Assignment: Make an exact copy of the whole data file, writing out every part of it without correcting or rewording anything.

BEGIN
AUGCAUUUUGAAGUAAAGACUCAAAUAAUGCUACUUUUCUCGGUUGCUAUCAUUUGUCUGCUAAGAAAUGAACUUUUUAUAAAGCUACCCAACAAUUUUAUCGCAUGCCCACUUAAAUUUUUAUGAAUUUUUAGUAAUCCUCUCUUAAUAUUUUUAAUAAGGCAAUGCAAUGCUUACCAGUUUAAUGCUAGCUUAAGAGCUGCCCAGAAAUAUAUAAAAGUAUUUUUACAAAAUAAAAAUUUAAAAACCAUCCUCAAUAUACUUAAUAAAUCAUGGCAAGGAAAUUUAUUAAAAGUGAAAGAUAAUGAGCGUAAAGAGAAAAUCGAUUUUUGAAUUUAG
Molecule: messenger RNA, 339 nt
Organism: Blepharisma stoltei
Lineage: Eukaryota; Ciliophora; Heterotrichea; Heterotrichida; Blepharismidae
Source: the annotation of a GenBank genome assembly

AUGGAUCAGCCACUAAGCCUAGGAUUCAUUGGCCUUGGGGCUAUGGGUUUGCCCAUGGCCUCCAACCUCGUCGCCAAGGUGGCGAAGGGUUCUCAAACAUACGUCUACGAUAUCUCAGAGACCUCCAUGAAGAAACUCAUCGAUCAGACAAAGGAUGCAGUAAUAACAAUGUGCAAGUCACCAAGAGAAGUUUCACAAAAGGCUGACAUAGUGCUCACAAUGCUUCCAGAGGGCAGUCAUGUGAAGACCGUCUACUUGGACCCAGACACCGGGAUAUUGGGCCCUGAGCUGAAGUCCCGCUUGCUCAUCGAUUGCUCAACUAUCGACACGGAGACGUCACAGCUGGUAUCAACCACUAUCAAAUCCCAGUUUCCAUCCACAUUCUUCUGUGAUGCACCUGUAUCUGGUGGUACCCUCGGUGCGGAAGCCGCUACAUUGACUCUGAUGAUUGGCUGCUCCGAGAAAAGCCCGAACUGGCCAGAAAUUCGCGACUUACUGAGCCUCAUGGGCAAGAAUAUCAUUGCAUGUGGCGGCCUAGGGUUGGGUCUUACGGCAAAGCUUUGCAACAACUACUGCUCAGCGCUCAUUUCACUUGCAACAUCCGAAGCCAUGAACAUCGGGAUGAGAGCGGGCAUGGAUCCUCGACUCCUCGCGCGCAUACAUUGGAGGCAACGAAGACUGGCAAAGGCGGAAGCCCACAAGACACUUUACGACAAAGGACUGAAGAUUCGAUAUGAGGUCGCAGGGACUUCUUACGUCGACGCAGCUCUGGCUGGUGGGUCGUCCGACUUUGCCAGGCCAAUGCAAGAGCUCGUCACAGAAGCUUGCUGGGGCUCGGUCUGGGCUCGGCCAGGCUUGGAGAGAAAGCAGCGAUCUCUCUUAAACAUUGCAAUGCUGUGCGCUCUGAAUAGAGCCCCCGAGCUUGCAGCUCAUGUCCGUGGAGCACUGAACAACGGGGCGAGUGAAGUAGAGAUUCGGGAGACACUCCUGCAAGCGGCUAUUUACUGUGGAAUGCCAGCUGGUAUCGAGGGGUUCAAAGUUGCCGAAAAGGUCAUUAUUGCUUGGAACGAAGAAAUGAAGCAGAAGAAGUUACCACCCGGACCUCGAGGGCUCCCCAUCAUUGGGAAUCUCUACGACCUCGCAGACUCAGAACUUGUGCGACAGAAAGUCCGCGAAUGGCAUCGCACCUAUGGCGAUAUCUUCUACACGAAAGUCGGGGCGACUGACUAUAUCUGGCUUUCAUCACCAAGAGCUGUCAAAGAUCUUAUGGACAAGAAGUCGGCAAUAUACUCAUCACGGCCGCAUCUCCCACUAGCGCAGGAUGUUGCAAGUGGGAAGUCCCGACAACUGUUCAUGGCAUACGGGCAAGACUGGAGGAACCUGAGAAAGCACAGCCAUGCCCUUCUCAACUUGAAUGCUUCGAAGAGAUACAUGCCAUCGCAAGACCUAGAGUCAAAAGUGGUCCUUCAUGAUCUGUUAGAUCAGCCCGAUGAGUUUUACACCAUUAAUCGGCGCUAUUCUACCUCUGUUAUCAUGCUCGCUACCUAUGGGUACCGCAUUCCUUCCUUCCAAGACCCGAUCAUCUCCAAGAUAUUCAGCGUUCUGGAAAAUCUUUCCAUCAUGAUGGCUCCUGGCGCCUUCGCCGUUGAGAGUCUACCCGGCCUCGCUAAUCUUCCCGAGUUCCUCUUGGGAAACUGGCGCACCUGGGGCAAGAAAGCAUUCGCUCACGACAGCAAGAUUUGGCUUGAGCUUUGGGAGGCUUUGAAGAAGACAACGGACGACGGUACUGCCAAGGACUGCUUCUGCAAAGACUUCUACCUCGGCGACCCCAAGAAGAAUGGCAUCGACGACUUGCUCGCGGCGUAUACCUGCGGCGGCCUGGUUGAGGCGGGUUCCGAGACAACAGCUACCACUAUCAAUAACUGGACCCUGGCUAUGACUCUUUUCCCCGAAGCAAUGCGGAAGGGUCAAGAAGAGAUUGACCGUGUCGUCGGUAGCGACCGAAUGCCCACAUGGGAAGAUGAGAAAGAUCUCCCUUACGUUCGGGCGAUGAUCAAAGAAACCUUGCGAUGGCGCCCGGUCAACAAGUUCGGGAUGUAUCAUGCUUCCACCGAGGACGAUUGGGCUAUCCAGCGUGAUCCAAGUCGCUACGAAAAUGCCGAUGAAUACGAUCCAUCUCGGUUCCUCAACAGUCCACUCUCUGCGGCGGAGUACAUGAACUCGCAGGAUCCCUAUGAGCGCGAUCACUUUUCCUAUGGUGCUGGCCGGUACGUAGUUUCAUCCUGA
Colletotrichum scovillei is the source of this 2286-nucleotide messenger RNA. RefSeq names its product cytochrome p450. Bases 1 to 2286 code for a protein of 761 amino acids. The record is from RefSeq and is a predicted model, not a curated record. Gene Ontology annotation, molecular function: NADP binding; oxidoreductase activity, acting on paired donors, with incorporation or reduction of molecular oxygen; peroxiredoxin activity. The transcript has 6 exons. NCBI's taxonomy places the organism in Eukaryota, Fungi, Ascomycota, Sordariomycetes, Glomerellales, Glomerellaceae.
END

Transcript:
AUGCAUUUUGAAGUAAAGACUCAAAUAAUGCUACUUUUCUCGGUUGCUAUCAUUUGUCUGCUAAGAAAUGAACUUUUUAUAAAGCUACCCAACAAUUUUAUCGCAUGCCCACUUAAAUUUUUAUGAAUUUUUAGUAAUCCUCUCUUAAUAUUUUUAAUAAGGCAAUGCAAUGCUUACCAGUUUAAUGCUAGCUUAAGAGCUGCCCAGAAAUAUAUAAAAGUAUUUUUACAAAAUAAAAAUUUAAAAACCAUCCUCAAUAUACUUAAUAAAUCAUGGCAAGGAAAUUUAUUAAAAGUGAAAGAUAAUGAGCGUAAAGAGAAAAUCGAUUUUUGAAUUUAG
Molecule: messenger RNA, 339 nt
Organism: Blepharisma stoltei
Lineage: Eukaryota; Ciliophora; Heterotrichea; Heterotrichida; Blepharismidae
Source: the annotation of a GenBank genome assembly

AUGGAUCAGCCACUAAGCCUAGGAUUCAUUGGCCUUGGGGCUAUGGGUUUGCCCAUGGCCUCCAACCUCGUCGCCAAGGUGGCGAAGGGUUCUCAAACAUACGUCUACGAUAUCUCAGAGACCUCCAUGAAGAAACUCAUCGAUCAGACAAAGGAUGCAGUAAUAACAAUGUGCAAGUCACCAAGAGAAGUUUCACAAAAGGCUGACAUAGUGCUCACAAUGCUUCCAGAGGGCAGUCAUGUGAAGACCGUCUACUUGGACCCAGACACCGGGAUAUUGGGCCCUGAGCUGAAGUCCCGCUUGCUCAUCGAUUGCUCAACUAUCGACACGGAGACGUCACAGCUGGUAUCAACCACUAUCAAAUCCCAGUUUCCAUCCACAUUCUUCUGUGAUGCACCUGUAUCUGGUGGUACCCUCGGUGCGGAAGCCGCUACAUUGACUCUGAUGAUUGGCUGCUCCGAGAAAAGCCCGAACUGGCCAGAAAUUCGCGACUUACUGAGCCUCAUGGGCAAGAAUAUCAUUGCAUGUGGCGGCCUAGGGUUGGGUCUUACGGCAAAGCUUUGCAACAACUACUGCUCAGCGCUCAUUUCACUUGCAACAUCCGAAGCCAUGAACAUCGGGAUGAGAGCGGGCAUGGAUCCUCGACUCCUCGCGCGCAUACAUUGGAGGCAACGAAGACUGGCAAAGGCGGAAGCCCACAAGACACUUUACGACAAAGGACUGAAGAUUCGAUAUGAGGUCGCAGGGACUUCUUACGUCGACGCAGCUCUGGCUGGUGGGUCGUCCGACUUUGCCAGGCCAAUGCAAGAGCUCGUCACAGAAGCUUGCUGGGGCUCGGUCUGGGCUCGGCCAGGCUUGGAGAGAAAGCAGCGAUCUCUCUUAAACAUUGCAAUGCUGUGCGCUCUGAAUAGAGCCCCCGAGCUUGCAGCUCAUGUCCGUGGAGCACUGAACAACGGGGCGAGUGAAGUAGAGAUUCGGGAGACACUCCUGCAAGCGGCUAUUUACUGUGGAAUGCCAGCUGGUAUCGAGGGGUUCAAAGUUGCCGAAAAGGUCAUUAUUGCUUGGAACGAAGAAAUGAAGCAGAAGAAGUUACCACCCGGACCUCGAGGGCUCCCCAUCAUUGGGAAUCUCUACGACCUCGCAGACUCAGAACUUGUGCGACAGAAAGUCCGCGAAUGGCAUCGCACCUAUGGCGAUAUCUUCUACACGAAAGUCGGGGCGACUGACUAUAUCUGGCUUUCAUCACCAAGAGCUGUCAAAGAUCUUAUGGACAAGAAGUCGGCAAUAUACUCAUCACGGCCGCAUCUCCCACUAGCGCAGGAUGUUGCAAGUGGGAAGUCCCGACAACUGUUCAUGGCAUACGGGCAAGACUGGAGGAACCUGAGAAAGCACAGCCAUGCCCUUCUCAACUUGAAUGCUUCGAAGAGAUACAUGCCAUCGCAAGACCUAGAGUCAAAAGUGGUCCUUCAUGAUCUGUUAGAUCAGCCCGAUGAGUUUUACACCAUUAAUCGGCGCUAUUCUACCUCUGUUAUCAUGCUCGCUACCUAUGGGUACCGCAUUCCUUCCUUCCAAGACCCGAUCAUCUCCAAGAUAUUCAGCGUUCUGGAAAAUCUUUCCAUCAUGAUGGCUCCUGGCGCCUUCGCCGUUGAGAGUCUACCCGGCCUCGCUAAUCUUCCCGAGUUCCUCUUGGGAAACUGGCGCACCUGGGGCAAGAAAGCAUUCGCUCACGACAGCAAGAUUUGGCUUGAGCUUUGGGAGGCUUUGAAGAAGACAACGGACGACGGUACUGCCAAGGACUGCUUCUGCAAAGACUUCUACCUCGGCGACCCCAAGAAGAAUGGCAUCGACGACUUGCUCGCGGCGUAUACCUGCGGCGGCCUGGUUGAGGCGGGUUCCGAGACAACAGCUACCACUAUCAAUAACUGGACCCUGGCUAUGACUCUUUUCCCCGAAGCAAUGCGGAAGGGUCAAGAAGAGAUUGACCGUGUCGUCGGUAGCGACCGAAUGCCCACAUGGGAAGAUGAGAAAGAUCUCCCUUACGUUCGGGCGAUGAUCAAAGAAACCUUGCGAUGGCGCCCGGUCAACAAGUUCGGGAUGUAUCAUGCUUCCACCGAGGACGAUUGGGCUAUCCAGCGUGAUCCAAGUCGCUACGAAAAUGCCGAUGAAUACGAUCCAUCUCGGUUCCUCAACAGUCCACUCUCUGCGGCGGAGUACAUGAACUCGCAGGAUCCCUAUGAGCGCGAUCACUUUUCCUAUGGUGCUGGCCGGUACGUAGUUUCAUCCUGA
Colletotrichum scovillei is the source of this 2286-nucleotide messenger RNA. RefSeq names its product cytochrome p450. Bases 1 to 2286 code for a protein of 761 amino acids. The record is from RefSeq and is a predicted model, not a curated record. Gene Ontology annotation, molecular function: NADP binding; oxidoreductase activity, acting on paired donors, with incorporation or reduction of molecular oxygen; peroxiredoxin activity. The transcript has 6 exons. NCBI's taxonomy places the organism in Eukaryota, Fungi, Ascomycota, Sordariomycetes, Glomerellales, Glomerellaceae.